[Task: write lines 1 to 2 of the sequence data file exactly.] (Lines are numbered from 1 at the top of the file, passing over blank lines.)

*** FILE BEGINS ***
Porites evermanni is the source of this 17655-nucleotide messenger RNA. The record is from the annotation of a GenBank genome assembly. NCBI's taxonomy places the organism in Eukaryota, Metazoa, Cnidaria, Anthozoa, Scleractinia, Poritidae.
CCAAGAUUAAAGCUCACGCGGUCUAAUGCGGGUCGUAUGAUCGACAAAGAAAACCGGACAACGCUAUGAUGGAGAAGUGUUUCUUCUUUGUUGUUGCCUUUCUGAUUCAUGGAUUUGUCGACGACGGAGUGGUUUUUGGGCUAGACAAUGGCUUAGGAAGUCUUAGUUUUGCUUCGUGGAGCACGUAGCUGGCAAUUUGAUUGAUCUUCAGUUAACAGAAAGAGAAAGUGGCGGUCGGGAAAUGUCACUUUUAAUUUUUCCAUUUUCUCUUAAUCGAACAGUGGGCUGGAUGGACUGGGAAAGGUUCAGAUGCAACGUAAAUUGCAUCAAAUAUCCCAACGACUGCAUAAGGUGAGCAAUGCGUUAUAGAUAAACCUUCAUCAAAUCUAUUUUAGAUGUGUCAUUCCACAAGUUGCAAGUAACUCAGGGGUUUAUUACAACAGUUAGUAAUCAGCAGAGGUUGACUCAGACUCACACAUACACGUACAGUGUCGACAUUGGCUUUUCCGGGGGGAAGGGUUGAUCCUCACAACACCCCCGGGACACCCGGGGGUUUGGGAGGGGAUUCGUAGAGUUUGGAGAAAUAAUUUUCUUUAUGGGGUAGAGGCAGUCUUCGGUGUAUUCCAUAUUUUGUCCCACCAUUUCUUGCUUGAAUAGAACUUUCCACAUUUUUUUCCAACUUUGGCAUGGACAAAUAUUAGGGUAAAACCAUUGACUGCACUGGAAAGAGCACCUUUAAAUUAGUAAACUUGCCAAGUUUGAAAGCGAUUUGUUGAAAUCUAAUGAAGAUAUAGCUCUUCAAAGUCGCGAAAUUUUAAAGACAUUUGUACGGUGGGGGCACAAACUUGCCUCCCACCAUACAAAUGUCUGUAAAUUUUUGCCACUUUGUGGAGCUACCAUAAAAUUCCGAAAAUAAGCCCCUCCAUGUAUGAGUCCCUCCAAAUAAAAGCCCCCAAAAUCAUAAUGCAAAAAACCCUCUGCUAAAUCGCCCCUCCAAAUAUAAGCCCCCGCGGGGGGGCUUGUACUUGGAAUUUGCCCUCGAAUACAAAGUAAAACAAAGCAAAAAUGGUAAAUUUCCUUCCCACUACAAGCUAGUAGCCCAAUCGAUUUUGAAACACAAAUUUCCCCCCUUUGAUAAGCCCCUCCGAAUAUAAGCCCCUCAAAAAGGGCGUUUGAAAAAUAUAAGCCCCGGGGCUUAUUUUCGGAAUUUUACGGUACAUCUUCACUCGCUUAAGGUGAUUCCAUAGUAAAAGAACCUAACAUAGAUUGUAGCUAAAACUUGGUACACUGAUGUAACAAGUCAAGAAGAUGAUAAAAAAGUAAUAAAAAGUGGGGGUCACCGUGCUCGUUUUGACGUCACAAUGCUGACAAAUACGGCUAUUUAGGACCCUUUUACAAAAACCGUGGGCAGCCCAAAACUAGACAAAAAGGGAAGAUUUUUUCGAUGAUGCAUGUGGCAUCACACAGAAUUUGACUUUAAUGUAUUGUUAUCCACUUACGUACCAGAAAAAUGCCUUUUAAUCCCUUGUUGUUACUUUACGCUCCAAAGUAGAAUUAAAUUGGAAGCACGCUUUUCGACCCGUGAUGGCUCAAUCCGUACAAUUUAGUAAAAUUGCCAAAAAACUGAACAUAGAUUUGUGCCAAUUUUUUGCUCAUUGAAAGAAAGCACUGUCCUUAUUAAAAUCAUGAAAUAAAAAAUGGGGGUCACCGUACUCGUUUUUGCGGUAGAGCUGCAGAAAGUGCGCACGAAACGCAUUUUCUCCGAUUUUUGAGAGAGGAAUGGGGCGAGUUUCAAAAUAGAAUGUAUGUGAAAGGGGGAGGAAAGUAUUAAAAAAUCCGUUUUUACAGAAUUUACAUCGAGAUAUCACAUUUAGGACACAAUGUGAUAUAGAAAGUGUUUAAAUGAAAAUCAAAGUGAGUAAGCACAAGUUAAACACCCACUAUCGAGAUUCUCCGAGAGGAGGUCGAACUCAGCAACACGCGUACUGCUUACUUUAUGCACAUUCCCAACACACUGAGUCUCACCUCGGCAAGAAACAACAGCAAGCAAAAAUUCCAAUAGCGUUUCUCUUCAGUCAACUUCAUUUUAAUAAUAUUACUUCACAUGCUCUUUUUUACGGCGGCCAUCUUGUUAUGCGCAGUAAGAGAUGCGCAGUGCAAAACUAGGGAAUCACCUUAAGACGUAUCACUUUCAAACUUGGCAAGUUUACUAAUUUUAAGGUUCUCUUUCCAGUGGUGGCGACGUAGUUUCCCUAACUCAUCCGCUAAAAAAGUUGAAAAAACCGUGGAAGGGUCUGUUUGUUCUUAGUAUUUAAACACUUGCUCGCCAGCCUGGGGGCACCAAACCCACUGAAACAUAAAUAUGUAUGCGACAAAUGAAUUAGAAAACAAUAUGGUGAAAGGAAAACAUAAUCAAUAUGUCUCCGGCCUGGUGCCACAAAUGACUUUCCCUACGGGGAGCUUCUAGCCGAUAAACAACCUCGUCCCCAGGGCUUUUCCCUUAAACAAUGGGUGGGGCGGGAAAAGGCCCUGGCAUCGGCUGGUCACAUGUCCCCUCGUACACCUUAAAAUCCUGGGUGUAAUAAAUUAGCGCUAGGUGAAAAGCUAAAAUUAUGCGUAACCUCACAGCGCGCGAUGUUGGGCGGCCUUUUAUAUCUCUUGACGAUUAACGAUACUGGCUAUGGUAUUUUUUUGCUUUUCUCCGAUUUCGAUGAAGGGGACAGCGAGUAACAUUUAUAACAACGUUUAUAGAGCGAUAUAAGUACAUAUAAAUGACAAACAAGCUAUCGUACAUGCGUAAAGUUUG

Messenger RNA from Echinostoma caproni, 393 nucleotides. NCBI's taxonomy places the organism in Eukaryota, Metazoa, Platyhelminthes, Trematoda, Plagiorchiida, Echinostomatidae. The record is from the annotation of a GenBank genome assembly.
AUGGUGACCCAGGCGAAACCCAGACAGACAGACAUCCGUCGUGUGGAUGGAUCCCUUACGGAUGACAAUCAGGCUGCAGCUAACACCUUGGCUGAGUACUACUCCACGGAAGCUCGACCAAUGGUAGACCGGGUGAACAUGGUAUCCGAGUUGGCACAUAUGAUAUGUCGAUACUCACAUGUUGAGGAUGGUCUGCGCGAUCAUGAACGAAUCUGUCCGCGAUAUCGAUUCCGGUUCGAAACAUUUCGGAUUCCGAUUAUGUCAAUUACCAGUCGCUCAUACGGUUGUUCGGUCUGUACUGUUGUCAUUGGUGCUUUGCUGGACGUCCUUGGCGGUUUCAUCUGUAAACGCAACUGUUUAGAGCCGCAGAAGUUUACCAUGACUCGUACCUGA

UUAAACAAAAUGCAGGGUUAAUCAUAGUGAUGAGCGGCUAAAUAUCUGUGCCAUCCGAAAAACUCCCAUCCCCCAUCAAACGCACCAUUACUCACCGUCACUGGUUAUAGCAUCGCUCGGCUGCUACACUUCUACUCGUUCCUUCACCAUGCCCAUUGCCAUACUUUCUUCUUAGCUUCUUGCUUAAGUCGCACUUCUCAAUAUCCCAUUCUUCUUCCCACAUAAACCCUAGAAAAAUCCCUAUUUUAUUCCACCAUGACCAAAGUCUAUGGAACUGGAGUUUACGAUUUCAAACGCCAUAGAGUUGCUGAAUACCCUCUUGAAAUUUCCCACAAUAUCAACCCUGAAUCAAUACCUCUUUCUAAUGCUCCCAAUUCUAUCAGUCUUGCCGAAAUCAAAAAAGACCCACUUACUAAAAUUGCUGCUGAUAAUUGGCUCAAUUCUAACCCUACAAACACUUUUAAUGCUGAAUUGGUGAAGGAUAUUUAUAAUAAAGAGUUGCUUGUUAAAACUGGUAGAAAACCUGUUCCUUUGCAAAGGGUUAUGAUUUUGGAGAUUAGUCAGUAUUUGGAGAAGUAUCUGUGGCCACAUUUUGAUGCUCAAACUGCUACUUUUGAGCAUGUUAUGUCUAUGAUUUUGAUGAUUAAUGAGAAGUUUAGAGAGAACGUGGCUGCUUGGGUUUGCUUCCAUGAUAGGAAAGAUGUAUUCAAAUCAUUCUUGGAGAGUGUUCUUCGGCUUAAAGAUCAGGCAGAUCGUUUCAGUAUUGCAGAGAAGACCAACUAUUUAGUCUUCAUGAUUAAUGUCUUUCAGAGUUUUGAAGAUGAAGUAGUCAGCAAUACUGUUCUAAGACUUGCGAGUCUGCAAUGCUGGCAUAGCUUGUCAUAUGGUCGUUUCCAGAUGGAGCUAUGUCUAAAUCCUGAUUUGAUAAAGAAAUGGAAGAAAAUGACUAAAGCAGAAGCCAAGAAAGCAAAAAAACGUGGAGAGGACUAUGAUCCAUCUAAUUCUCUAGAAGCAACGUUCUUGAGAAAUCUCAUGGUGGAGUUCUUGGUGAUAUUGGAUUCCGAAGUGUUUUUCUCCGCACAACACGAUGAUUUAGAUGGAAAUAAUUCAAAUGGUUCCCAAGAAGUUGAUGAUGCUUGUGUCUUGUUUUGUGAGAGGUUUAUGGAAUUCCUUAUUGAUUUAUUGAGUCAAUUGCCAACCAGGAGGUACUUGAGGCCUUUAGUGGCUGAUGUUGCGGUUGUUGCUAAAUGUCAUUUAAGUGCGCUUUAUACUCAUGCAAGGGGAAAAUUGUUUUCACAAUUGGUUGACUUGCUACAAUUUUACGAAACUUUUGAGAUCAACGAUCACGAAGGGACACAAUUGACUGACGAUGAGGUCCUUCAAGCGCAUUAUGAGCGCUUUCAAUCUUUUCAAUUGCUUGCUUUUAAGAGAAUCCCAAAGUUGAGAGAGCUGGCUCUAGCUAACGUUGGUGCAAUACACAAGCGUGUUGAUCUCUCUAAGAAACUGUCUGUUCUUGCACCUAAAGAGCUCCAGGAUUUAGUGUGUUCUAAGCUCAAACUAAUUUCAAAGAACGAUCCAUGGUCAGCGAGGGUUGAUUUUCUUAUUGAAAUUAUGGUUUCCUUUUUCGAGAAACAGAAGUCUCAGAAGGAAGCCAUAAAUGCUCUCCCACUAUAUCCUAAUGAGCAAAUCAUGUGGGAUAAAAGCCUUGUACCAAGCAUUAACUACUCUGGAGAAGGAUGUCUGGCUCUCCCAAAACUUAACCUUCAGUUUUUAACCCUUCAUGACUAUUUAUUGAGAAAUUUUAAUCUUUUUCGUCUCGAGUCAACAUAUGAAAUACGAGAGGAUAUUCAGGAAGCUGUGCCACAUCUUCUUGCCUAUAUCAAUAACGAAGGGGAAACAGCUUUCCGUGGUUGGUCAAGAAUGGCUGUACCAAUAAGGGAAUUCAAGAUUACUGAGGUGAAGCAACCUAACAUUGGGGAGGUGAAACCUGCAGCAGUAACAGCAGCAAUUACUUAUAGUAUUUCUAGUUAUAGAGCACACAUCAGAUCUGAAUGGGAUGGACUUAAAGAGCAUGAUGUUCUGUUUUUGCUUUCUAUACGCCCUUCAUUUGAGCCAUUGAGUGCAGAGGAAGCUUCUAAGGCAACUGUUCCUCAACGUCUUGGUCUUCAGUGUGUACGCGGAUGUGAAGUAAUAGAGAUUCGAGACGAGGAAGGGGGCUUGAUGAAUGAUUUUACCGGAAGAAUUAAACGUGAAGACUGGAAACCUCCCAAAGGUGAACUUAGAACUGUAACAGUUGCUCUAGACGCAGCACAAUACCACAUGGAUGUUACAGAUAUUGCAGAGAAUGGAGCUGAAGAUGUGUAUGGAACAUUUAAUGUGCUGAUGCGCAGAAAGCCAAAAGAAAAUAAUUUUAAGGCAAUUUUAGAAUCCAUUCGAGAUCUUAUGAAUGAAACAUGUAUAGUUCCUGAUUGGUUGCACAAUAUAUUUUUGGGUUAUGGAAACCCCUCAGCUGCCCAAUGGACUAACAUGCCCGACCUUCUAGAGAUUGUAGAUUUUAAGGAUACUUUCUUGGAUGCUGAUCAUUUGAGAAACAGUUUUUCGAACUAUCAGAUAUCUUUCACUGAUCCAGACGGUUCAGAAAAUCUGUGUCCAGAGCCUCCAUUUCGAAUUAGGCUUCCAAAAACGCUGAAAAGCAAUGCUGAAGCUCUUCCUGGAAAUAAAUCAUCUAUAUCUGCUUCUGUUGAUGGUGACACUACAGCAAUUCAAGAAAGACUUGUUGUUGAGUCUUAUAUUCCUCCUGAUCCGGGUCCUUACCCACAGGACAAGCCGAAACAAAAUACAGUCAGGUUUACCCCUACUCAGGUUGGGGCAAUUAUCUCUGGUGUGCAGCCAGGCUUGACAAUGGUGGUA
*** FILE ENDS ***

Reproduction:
Porites evermanni is the source of this 17655-nucleotide messenger RNA. The record is from the annotation of a GenBank genome assembly. NCBI's taxonomy places the organism in Eukaryota, Metazoa, Cnidaria, Anthozoa, Scleractinia, Poritidae.
CCAAGAUUAAAGCUCACGCGGUCUAAUGCGGGUCGUAUGAUCGACAAAGAAAACCGGACAACGCUAUGAUGGAGAAGUGUUUCUUCUUUGUUGUUGCCUUUCUGAUUCAUGGAUUUGUCGACGACGGAGUGGUUUUUGGGCUAGACAAUGGCUUAGGAAGUCUUAGUUUUGCUUCGUGGAGCACGUAGCUGGCAAUUUGAUUGAUCUUCAGUUAACAGAAAGAGAAAGUGGCGGUCGGGAAAUGUCACUUUUAAUUUUUCCAUUUUCUCUUAAUCGAACAGUGGGCUGGAUGGACUGGGAAAGGUUCAGAUGCAACGUAAAUUGCAUCAAAUAUCCCAACGACUGCAUAAGGUGAGCAAUGCGUUAUAGAUAAACCUUCAUCAAAUCUAUUUUAGAUGUGUCAUUCCACAAGUUGCAAGUAACUCAGGGGUUUAUUACAACAGUUAGUAAUCAGCAGAGGUUGACUCAGACUCACACAUACACGUACAGUGUCGACAUUGGCUUUUCCGGGGGGAAGGGUUGAUCCUCACAACACCCCCGGGACACCCGGGGGUUUGGGAGGGGAUUCGUAGAGUUUGGAGAAAUAAUUUUCUUUAUGGGGUAGAGGCAGUCUUCGGUGUAUUCCAUAUUUUGUCCCACCAUUUCUUGCUUGAAUAGAACUUUCCACAUUUUUUUCCAACUUUGGCAUGGACAAAUAUUAGGGUAAAACCAUUGACUGCACUGGAAAGAGCACCUUUAAAUUAGUAAACUUGCCAAGUUUGAAAGCGAUUUGUUGAAAUCUAAUGAAGAUAUAGCUCUUCAAAGUCGCGAAAUUUUAAAGACAUUUGUACGGUGGGGGCACAAACUUGCCUCCCACCAUACAAAUGUCUGUAAAUUUUUGCCACUUUGUGGAGCUACCAUAAAAUUCCGAAAAUAAGCCCCUCCAUGUAUGAGUCCCUCCAAAUAAAAGCCCCCAAAAUCAUAAUGCAAAAAACCCUCUGCUAAAUCGCCCCUCCAAAUAUAAGCCCCCGCGGGGGGGCUUGUACUUGGAAUUUGCCCUCGAAUACAAAGUAAAACAAAGCAAAAAUGGUAAAUUUCCUUCCCACUACAAGCUAGUAGCCCAAUCGAUUUUGAAACACAAAUUUCCCCCCUUUGAUAAGCCCCUCCGAAUAUAAGCCCCUCAAAAAGGGCGUUUGAAAAAUAUAAGCCCCGGGGCUUAUUUUCGGAAUUUUACGGUACAUCUUCACUCGCUUAAGGUGAUUCCAUAGUAAAAGAACCUAACAUAGAUUGUAGCUAAAACUUGGUACACUGAUGUAACAAGUCAAGAAGAUGAUAAAAAAGUAAUAAAAAGUGGGGGUCACCGUGCUCGUUUUGACGUCACAAUGCUGACAAAUACGGCUAUUUAGGACCCUUUUACAAAAACCGUGGGCAGCCCAAAACUAGACAAAAAGGGAAGAUUUUUUCGAUGAUGCAUGUGGCAUCACACAGAAUUUGACUUUAAUGUAUUGUUAUCCACUUACGUACCAGAAAAAUGCCUUUUAAUCCCUUGUUGUUACUUUACGCUCCAAAGUAGAAUUAAAUUGGAAGCACGCUUUUCGACCCGUGAUGGCUCAAUCCGUACAAUUUAGUAAAAUUGCCAAAAAACUGAACAUAGAUUUGUGCCAAUUUUUUGCUCAUUGAAAGAAAGCACUGUCCUUAUUAAAAUCAUGAAAUAAAAAAUGGGGGUCACCGUACUCGUUUUUGCGGUAGAGCUGCAGAAAGUGCGCACGAAACGCAUUUUCUCCGAUUUUUGAGAGAGGAAUGGGGCGAGUUUCAAAAUAGAAUGUAUGUGAAAGGGGGAGGAAAGUAUUAAAAAAUCCGUUUUUACAGAAUUUACAUCGAGAUAUCACAUUUAGGACACAAUGUGAUAUAGAAAGUGUUUAAAUGAAAAUCAAAGUGAGUAAGCACAAGUUAAACACCCACUAUCGAGAUUCUCCGAGAGGAGGUCGAACUCAGCAACACGCGUACUGCUUACUUUAUGCACAUUCCCAACACACUGAGUCUCACCUCGGCAAGAAACAACAGCAAGCAAAAAUUCCAAUAGCGUUUCUCUUCAGUCAACUUCAUUUUAAUAAUAUUACUUCACAUGCUCUUUUUUACGGCGGCCAUCUUGUUAUGCGCAGUAAGAGAUGCGCAGUGCAAAACUAGGGAAUCACCUUAAGACGUAUCACUUUCAAACUUGGCAAGUUUACUAAUUUUAAGGUUCUCUUUCCAGUGGUGGCGACGUAGUUUCCCUAACUCAUCCGCUAAAAAAGUUGAAAAAACCGUGGAAGGGUCUGUUUGUUCUUAGUAUUUAAACACUUGCUCGCCAGCCUGGGGGCACCAAACCCACUGAAACAUAAAUAUGUAUGCGACAAAUGAAUUAGAAAACAAUAUGGUGAAAGGAAAACAUAAUCAAUAUGUCUCCGGCCUGGUGCCACAAAUGACUUUCCCUACGGGGAGCUUCUAGCCGAUAAACAACCUCGUCCCCAGGGCUUUUCCCUUAAACAAUGGGUGGGGCGGGAAAAGGCCCUGGCAUCGGCUGGUCACAUGUCCCCUCGUACACCUUAAAAUCCUGGGUGUAAUAAAUUAGCGCUAGGUGAAAAGCUAAAAUUAUGCGUAACCUCACAGCGCGCGAUGUUGGGCGGCCUUUUAUAUCUCUUGACGAUUAACGAUACUGGCUAUGGUAUUUUUUUGCUUUUCUCCGAUUUCGAUGAAGGGGACAGCGAGUAACAUUUAUAACAACGUUUAUAGAGCGAUAUAAGUACAUAUAAAUGACAAACAAGCUAUCGUACAUGCGUAAAGUUUG